|DVD Box Art|
There are quite a few actors and actresses in Shakespeare in Love that you might find in other period dramas:
|Actor/Actress||Character||Also Seen In|
|Geoffrey Rush||Phillip Henslowe||The King's Speech as Lionel Logue|
|Tom Wilkinson||Hugh Fennyman||Sense and Sensibility (1995) as Henry Dashwood|
|Judi Dench||Queen Elizabeth I||Cranford and Return to Cranford as Miss Matty Jenkyns|
|Gwyneth Paltrow||Viola De Lesseps||Emma (1996) as Emma Woodhouse|
|Imelda Staunton||Nurse||Sense and Sensibility (1995) as Mrs. Palmer, Cranford as Miss Pole|
|Colin Firth||Lord Wessex||Pride and Prejudice (1995) as Mr. Darcy|
|Jim Carter||Ralph Bashford||Downton Abbey as Mr. Charles Carson|
|Gwyneth Paltrow as Viola De Lesseps as Thomas Kent|
(confusing enough for you?)
|Gwyneth Paltrow as Viola and Joseph Fiennes as |
Viola I couldn't really care much for. I found her overly romantic and focused too much on her emotions instead of what she should have been doing. Really, if you examine her moral character, she knows that she is doing wrong (especially after she finds out that Will is actually married), yet she continues on with him. Probably her only good quality is that she was pretty (but I'll discuss this more later), but her personality was severely lacking: either she was too naive and plunged head-first into her relationship with Will or she ignored all the morality she was (presumably) taught and did what she wanted anyway.
|Jim Carter as Ralph Bashford (left)|
|Viola De Lesseps at a dance|
The scenery is very nice in Shakespeare in Love. While there are a number of lovely scenes around Viola's home that exhibit lots of color and greenery, there are some scenes in the city around the playhouses that are more gritty and not as nice. The theater that Shakespeare works in (I'm assuming that it's the Globe Theater?) is explored in detail so you can see the ins-and-outs of the theater whether it be behind the scenes or in the audience.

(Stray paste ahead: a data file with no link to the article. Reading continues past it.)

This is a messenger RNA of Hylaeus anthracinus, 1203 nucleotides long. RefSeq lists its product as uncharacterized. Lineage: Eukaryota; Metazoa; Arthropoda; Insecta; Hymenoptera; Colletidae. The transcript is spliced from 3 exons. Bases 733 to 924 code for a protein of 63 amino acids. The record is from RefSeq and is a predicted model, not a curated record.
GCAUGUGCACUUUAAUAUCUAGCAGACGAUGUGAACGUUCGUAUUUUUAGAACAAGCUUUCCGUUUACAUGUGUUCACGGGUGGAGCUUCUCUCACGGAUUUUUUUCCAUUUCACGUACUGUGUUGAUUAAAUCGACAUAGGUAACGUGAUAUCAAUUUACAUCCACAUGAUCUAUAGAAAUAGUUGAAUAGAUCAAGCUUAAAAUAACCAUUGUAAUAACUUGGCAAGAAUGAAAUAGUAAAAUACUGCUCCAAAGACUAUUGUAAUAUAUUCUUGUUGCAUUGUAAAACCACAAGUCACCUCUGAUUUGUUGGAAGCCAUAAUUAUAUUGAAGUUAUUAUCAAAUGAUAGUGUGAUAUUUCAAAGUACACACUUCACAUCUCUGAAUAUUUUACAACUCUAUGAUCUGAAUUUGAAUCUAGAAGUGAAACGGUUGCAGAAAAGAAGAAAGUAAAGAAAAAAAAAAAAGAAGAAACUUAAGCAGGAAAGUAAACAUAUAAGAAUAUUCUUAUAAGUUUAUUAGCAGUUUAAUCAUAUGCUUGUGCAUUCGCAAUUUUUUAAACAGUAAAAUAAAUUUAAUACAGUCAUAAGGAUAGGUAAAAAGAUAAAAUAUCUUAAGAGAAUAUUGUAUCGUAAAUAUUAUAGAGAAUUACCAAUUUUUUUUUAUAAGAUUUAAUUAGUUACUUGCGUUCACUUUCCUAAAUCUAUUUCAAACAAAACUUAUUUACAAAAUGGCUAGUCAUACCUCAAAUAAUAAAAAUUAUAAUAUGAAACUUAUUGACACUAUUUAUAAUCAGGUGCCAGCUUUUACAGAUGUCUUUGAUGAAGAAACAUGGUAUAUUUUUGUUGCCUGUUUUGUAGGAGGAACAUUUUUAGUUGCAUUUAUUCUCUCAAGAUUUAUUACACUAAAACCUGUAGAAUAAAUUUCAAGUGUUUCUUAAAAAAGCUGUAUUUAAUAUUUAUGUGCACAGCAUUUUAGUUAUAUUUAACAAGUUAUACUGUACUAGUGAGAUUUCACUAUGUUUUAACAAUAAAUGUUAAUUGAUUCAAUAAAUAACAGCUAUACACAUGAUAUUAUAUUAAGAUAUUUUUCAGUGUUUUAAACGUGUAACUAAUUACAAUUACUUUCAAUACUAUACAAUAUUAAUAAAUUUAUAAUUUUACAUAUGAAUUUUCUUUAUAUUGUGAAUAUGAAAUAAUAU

I cannot claim to be an expert on Elizabethan fashion, but I didn't see anything in the costuming of Shakespeare in Love that screamed inaccurate. No, as far as I could tell, everything looked okay... from appearances.
|Colin Firth (left) as Lord Wessex|
But besides that, the ladies costuming was very lovely for the most part. If there wasn't anything else good in Viola's character, at least I could say that she did look very nice indeed! She had a large amount of nice dresses, but I wasn't too sure about her hair; often, Viola's hair was left down when my understanding of most historical eras is that women put their hair up. If anyone has any information on this, feel free to leave a comment. But for her hair, I found it hard to believe that she managed to put all that hair under the wig that she was wearing as Thomas Kent; maybe if it was a wig that had more volume in it, maybe, but not like the one that she was wearing.
|Judi Dench as Queen Elizabeth I.|
The person I thought was the worst dressed in the entire movie was Queen Elizabeth. I like Judi Dench, I really do, but she just looked awful in this movie. Her hair didn't look right at all: it looked like it was a bad wig placed on a head that was completely bald (I know the portraits of Queen Elizabeth show her with a wide forehead, but this just didn't look right at all). Her make-up was done in such as way that could not flatter her at all and plus her clothes were too much.
I'm not quite sure why everyone made such a big deal out of this movie. I know it got awards... but why? Surely there were better movies out in 1999? While the costuming and scenery were nice in Shakespeare in Love, the rest of the movie isn't good (though I've joked that I only watched this movie because of Colin Firth). The entire movie was pretty much an attempt at a biopic that was all fictional. Maybe if the movie was about fictional characters, it wouldn't have been as bad on that front, but why would you make a movie about a real historical figure and make it completely fiction? My other issue with this movie (and probably the biggest issue I have with this movie) is the content. There were a lot of mature scenes that were unnecessary and even a bit graphic. And some of the time, you couldn't even see the bad scenes coming: it'll be an okay scene, okay scene, and then you're blindsided by an unnecessary bad scene. Save yourself the time and skip this movie. Look at the screenshots of costumes and scenery, but that's about it. The rest of it was badly done, indeed! (Another shameless Jane Austen reference)
Shakespeare in Love is available on DVD and Blu-ray. It is rated R (and appropriately so) and runs for 123 minutes.